“Nuclear power is competitively priced.  Operating cost per kilowatt/hour (kw/hr) currently favors nukes.
Here’s the comparison:       –    Nuclear:               1.8 cents per kw/hr

–       Coal:                     2.1 cents per kw/hr

–       Natural Gas:       3.5 cents per kw/hr”[1]

Even though building a nuclear power plant is expensive, the price difference compared to other options offsets these costs, making nuclear energy very affordable. Fossil fuels produce greenhouse gases which are very harmful to the environment. With the production of energy by fission in a nuclear power plant, it does not produce any harmful greenhouse gases. The reduction of greenhouse gases in the environment will lead to a decline of the increasing problem of global warming. Another advantage over fossil fuels would be the unlimited use of nuclear power, compared to the very limited supply of fossil fuels. Fossil fuels are greatly declining in the world and will eventually be nonexistent. With the absence of these fossil fuels, anything that they are required for to acquire energy from (e.g. most transportation vehicles) will be ineffective. Nuclear energy is also more reliable than some natural sources of energy with such an example being wind energy. Without wind, no energy would be produced thus leaving that sector that is relying on the turbine useless. Nuclear energy proves to yield the greatest amount of energy compared to its substitutes. Physical changes use energy to overcome or allow intermolecular forces to interact, while chemical changes use energy changes to overcome the electronic structure and chemical bonds within the particles. Nuclear changes have energy changes overcoming the forces between the protons and the neutrons in the nuclei, producing new atoms with different numbers of protons or neutrons. The magnitude of the energy change comes from Einstein’s equation, E = mc2, where large amounts of energy are produced from a small mass (m) is destroyed because the speed of light (c) is so large (3.8 x 108 m/s). The increased amount of energy released from the nuclear power plant over its substitutes maintains its importance of use. Nuclear power proves to be the best replacement because of its affordability, lack of emissions of greenhouse gases and its very high rate of releasing energy compared to its alternatives.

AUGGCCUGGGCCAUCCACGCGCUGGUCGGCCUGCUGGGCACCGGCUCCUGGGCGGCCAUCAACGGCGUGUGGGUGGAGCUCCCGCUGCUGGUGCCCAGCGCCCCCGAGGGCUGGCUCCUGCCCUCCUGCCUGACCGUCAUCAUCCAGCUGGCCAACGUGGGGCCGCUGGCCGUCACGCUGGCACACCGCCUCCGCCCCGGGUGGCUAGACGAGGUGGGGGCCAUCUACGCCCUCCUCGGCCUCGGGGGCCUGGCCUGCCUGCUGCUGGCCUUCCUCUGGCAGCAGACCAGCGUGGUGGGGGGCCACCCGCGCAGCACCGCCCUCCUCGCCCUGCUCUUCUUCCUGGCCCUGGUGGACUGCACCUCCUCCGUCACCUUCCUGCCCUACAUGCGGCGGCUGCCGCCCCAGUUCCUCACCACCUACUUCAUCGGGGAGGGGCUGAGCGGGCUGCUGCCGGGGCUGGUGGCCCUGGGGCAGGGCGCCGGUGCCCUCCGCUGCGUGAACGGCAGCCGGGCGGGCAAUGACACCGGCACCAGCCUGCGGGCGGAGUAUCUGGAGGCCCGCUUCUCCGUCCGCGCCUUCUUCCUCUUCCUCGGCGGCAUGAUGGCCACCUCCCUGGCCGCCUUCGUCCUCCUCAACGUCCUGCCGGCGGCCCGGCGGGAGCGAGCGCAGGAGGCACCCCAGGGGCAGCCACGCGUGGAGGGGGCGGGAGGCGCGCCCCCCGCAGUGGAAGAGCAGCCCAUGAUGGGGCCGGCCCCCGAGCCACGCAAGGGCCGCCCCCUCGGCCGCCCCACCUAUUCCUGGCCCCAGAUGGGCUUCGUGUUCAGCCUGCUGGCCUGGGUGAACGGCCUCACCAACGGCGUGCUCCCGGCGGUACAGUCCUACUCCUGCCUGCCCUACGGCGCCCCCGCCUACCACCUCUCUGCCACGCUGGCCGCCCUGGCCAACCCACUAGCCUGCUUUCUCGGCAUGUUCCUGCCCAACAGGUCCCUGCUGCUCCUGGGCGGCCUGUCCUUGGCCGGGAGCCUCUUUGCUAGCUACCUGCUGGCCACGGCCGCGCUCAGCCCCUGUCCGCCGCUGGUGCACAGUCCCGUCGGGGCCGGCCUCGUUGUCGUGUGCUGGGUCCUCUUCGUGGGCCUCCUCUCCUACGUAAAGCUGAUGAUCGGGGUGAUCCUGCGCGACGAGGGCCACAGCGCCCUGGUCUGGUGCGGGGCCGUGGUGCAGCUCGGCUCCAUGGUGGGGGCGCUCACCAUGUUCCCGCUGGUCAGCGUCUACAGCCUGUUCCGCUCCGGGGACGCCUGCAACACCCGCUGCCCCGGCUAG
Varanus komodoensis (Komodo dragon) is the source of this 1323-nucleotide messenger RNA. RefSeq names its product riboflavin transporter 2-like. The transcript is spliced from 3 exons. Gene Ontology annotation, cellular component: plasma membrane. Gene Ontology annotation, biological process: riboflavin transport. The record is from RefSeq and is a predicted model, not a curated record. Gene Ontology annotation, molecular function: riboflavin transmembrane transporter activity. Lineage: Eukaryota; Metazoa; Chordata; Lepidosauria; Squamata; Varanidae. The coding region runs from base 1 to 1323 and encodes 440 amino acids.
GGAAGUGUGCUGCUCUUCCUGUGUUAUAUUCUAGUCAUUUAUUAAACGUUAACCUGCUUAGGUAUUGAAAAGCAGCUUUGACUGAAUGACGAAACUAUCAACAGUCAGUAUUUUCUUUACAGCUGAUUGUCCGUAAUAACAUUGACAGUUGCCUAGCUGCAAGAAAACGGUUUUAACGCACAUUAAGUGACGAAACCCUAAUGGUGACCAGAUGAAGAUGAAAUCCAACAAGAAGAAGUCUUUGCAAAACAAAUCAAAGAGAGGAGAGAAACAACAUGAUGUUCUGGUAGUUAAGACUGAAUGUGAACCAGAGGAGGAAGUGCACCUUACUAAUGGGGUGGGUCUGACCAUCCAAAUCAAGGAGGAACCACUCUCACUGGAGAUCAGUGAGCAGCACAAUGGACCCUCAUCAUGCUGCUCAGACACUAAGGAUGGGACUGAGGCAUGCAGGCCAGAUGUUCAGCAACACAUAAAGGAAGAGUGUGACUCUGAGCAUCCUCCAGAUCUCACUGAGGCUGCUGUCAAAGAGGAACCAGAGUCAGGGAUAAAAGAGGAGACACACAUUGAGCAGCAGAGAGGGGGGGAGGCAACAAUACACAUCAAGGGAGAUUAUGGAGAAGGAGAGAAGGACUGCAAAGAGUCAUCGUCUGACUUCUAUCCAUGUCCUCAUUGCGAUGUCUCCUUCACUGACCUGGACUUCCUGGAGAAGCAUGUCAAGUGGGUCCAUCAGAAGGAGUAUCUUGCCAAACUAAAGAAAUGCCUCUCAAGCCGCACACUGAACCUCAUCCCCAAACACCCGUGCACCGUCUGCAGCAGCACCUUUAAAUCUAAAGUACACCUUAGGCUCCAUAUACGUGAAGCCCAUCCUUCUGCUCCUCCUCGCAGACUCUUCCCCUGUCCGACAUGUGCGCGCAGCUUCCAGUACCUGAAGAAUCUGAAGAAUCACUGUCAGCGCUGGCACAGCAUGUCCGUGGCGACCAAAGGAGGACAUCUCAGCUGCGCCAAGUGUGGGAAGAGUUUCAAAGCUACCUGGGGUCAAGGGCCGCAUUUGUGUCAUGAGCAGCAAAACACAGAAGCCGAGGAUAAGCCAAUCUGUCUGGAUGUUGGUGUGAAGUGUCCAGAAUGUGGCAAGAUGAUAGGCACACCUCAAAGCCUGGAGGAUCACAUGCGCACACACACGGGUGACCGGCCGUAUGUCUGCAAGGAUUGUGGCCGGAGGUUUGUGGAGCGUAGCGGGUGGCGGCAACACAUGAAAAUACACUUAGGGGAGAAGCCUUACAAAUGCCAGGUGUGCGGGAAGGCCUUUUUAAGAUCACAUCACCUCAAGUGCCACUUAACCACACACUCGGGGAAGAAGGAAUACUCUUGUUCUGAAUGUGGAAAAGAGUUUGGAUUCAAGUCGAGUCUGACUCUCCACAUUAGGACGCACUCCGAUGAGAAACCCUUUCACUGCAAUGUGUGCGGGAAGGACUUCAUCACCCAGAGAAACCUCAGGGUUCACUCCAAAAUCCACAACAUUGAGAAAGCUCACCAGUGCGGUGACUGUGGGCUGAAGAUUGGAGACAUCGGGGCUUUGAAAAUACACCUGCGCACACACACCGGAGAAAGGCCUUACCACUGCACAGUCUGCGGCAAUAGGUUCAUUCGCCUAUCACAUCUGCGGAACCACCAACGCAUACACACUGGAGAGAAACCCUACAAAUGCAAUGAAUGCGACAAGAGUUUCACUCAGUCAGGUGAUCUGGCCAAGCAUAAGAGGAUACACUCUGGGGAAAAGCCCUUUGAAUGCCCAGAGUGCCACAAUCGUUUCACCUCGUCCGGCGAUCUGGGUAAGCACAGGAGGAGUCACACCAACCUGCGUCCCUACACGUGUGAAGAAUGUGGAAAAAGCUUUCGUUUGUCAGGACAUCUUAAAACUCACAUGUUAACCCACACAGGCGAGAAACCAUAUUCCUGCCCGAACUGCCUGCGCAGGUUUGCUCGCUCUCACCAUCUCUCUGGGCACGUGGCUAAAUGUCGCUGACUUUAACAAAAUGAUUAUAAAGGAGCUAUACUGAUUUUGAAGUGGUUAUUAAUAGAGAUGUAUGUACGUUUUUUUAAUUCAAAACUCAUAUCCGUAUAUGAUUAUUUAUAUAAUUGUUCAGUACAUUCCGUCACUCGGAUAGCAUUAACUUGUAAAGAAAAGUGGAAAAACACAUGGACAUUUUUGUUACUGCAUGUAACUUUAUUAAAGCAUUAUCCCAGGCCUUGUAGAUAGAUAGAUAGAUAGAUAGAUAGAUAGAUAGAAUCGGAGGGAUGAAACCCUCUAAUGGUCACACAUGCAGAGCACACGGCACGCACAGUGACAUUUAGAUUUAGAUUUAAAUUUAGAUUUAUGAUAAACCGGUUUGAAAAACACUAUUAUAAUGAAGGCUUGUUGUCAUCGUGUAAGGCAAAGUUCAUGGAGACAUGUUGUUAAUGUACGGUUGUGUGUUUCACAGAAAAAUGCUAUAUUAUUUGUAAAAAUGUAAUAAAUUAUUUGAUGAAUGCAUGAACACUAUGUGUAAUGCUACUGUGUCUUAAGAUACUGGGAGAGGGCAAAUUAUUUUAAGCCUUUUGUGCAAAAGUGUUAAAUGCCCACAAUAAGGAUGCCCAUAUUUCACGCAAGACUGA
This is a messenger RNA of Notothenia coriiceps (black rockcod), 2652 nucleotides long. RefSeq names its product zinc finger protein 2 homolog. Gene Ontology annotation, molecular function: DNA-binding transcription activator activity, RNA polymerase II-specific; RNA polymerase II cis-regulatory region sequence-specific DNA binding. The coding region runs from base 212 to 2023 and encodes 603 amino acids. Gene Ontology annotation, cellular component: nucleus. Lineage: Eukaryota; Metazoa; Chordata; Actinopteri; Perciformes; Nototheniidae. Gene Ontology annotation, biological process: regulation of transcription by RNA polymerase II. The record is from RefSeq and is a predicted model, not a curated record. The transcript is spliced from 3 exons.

Building a nuclear power plant on the outskirts of Toronto would be the best plan, for the new government, to undergo because of the availability the land, the lower cost of purchasing it and the lack of a growing population in case an emergency does occur. The pros of nuclear power are evident when the lack of greenhouse gases emitted, the fact that it will always be renewable (unlike fossil fuels), reliability (unlike natural sources of energy), and its emission of the greatest amount of energy because of its nuclear reactions are looked at. In the long run, different sources of energy have to be used to combat the looming energy crisis. This crisis cannot be solved by using only one type of energy, but has to be fought against by combining all of the different sources of energy on Earth. They need to be combined to supply the population with the energy they demand. Without nuclear power it will not be possible to meet all of these demands. Fossil fuels might not be around much longer, natural energy sources rely to heavily on Mother Nature, but nuclear power is forever.


[1] http://www.theinternetparty.org/commentary/c_s.php?section_type=com&td=20020926000148